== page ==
Abstract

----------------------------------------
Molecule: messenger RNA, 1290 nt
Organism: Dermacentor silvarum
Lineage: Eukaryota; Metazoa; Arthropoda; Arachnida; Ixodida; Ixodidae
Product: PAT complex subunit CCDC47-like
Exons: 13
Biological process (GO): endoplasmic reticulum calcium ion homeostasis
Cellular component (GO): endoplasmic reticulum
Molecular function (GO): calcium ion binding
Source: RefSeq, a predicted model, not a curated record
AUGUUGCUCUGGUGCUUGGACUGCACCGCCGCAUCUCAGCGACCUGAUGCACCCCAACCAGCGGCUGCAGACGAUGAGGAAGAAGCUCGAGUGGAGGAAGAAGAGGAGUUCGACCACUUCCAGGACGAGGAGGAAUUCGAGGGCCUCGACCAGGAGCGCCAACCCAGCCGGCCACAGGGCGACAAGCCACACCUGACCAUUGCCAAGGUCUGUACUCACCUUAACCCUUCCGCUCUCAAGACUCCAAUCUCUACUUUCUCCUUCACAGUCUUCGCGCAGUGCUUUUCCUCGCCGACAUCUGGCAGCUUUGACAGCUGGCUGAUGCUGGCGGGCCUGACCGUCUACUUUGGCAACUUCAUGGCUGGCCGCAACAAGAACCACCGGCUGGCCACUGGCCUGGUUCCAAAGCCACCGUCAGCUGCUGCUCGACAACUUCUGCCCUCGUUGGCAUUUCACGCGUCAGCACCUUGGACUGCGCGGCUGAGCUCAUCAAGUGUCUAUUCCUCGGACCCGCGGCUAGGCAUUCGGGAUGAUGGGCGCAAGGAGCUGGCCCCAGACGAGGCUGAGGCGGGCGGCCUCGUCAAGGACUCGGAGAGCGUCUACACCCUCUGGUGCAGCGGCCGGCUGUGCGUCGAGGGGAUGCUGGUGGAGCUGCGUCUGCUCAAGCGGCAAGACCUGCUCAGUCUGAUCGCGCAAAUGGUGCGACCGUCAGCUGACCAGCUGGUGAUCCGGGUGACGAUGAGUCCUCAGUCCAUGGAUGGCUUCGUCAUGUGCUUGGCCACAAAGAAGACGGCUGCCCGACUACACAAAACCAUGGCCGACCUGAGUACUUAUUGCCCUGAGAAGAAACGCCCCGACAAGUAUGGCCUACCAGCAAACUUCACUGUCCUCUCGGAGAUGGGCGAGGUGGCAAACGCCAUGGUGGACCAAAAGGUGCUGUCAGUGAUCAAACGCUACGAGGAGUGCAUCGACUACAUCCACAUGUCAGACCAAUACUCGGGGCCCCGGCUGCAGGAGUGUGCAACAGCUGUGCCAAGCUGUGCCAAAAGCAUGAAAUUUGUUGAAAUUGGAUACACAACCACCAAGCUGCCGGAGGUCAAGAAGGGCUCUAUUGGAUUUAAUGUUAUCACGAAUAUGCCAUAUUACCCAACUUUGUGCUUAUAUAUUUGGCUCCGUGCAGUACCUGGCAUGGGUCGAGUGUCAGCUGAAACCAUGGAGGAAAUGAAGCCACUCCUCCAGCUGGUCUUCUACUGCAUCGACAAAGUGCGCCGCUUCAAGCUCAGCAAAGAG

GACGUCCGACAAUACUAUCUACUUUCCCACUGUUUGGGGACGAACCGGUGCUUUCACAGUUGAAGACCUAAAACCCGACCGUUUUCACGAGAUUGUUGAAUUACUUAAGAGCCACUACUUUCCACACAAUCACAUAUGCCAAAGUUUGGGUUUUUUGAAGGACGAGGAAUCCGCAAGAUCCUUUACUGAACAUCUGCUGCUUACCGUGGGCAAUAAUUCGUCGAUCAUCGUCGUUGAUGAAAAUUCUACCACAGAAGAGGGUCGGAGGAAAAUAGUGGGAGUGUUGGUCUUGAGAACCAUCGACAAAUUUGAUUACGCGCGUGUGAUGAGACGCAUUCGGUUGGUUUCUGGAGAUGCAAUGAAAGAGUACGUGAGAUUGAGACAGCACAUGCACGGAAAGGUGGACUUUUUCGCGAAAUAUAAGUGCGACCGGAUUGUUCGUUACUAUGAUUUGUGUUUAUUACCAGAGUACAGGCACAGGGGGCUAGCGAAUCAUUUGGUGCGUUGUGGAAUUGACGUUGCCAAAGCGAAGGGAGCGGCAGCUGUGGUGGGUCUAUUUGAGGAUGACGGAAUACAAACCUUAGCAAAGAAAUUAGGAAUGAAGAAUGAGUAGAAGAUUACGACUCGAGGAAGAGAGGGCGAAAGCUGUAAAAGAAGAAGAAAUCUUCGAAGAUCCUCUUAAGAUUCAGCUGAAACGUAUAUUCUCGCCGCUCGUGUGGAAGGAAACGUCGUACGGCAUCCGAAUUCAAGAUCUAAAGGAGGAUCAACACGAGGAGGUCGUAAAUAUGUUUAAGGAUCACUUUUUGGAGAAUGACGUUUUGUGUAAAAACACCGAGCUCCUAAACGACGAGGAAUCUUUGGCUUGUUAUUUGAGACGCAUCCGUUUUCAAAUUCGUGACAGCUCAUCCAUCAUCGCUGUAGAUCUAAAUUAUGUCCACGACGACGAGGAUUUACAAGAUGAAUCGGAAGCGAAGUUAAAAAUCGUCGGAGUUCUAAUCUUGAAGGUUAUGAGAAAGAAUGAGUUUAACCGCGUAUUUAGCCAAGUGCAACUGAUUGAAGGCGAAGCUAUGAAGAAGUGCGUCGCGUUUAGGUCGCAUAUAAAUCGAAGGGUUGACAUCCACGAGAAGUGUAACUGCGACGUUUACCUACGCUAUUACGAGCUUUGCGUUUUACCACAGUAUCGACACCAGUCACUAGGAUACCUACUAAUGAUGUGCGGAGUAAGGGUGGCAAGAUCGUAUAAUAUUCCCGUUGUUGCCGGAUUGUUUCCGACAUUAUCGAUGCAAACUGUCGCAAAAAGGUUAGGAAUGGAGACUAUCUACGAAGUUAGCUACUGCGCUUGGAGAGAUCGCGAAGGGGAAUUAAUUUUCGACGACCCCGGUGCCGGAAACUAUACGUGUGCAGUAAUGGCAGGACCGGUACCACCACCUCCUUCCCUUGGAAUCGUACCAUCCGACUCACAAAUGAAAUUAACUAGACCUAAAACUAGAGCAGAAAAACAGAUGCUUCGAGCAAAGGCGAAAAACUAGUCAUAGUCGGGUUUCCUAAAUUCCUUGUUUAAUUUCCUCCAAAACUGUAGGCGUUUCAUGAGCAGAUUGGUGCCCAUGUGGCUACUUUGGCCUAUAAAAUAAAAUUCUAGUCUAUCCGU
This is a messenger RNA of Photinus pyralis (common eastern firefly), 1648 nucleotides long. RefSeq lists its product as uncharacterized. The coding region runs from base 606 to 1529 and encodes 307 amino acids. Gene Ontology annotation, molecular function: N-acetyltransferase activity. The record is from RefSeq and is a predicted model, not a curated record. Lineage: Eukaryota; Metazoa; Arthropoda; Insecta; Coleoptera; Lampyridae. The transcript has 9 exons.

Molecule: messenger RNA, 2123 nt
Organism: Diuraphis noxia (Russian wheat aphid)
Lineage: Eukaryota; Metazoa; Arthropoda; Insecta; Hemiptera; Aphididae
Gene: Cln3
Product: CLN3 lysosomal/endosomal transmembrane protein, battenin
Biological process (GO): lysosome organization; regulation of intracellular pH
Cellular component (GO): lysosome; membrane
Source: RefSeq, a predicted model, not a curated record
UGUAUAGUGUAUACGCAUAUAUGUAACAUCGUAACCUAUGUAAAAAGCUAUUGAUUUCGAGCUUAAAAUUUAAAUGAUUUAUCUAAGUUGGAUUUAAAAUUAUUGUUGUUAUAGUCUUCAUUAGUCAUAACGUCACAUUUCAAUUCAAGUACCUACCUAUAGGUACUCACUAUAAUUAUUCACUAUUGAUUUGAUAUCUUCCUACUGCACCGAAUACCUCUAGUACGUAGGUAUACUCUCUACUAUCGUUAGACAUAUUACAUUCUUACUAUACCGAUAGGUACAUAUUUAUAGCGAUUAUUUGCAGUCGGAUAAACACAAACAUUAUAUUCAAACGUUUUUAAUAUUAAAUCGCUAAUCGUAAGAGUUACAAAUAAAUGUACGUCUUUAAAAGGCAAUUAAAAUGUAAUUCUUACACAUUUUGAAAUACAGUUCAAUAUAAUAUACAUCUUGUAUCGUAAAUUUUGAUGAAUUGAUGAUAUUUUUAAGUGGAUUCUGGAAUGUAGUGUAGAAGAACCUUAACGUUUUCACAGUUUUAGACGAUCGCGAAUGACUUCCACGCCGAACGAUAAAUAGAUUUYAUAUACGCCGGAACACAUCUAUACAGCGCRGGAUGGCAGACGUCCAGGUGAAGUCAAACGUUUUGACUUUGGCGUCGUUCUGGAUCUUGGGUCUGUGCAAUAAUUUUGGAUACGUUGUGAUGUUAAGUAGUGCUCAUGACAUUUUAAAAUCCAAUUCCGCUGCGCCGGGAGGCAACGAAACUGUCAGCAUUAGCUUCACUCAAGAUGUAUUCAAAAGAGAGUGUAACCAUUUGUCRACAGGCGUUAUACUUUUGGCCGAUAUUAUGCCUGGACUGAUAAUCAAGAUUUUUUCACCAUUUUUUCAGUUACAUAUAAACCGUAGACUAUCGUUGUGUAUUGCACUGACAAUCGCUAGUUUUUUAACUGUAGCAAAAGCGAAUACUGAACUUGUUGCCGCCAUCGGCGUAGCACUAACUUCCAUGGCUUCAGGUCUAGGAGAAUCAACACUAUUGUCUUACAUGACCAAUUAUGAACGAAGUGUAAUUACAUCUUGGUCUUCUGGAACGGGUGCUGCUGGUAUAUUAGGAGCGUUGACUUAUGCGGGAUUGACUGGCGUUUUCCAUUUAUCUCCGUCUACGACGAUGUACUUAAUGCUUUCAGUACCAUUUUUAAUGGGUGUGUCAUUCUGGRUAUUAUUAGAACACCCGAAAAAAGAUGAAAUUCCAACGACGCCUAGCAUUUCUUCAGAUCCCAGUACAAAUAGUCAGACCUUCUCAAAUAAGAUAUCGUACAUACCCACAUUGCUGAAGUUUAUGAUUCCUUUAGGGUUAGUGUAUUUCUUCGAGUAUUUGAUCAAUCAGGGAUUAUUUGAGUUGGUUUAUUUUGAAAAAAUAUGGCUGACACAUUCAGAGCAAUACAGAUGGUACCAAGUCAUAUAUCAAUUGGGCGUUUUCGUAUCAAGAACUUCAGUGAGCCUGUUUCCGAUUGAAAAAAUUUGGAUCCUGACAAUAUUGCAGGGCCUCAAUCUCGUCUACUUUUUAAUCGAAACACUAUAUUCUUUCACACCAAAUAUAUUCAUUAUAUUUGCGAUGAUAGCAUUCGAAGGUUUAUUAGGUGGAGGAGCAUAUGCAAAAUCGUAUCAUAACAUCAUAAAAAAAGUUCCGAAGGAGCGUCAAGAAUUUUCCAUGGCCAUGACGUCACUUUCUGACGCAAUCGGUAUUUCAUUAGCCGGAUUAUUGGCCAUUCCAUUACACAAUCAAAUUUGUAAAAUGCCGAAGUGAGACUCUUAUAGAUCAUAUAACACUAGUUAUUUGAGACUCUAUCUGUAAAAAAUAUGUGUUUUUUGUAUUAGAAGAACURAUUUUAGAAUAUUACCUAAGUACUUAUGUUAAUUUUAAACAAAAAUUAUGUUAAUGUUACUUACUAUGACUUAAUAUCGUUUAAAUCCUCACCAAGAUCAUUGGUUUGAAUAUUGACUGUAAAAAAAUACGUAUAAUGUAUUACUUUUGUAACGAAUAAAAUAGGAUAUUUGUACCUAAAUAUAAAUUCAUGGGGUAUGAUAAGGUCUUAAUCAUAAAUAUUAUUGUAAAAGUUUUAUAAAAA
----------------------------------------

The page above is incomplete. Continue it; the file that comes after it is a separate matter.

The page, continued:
Upper Neoproterozoic to lower Paleozoic sedimentary successions in northwestern India are thought to record collision between the continental fragments of Western and Eastern Gondwana, and contain detritus derived from the East African orogen. However, paleocurrent analysis together with U-Pb age distribution and Hf isotopic signatures of detrital zircons from these successions indicate derivation from proximal sources within Eastern Gondwana. Time-equivalent successions from the Qiangtang terrane (Tibetan Plateau) and the northern margin of Neoproterozoic India show a similar provenance record, along with additional input of late Mesoproterozoic and Neoproterozoic detritus from East Antarctica–East India and West Australia. Detritus from the rising East African orogen is abundant in deposits in northern Africa, which constitutes part of Western Gondwana, but absent from equivalent successions in Indian Eastern Gondwana. The consistency in sedimentary provenance of the late Neoproterozoic to early Paleozoic strata in northwestern India, combined with the lack of evidence for deformation or metamorphism since at least ca. 760 Ma, argues against collision between the eastern and western segments of Gondwana in this northern region. These regions remained as passive continental margins separated by a large-scale embayment of the proto-Tethys ocean until late Paleozoic fragmentation of the continental blocks.

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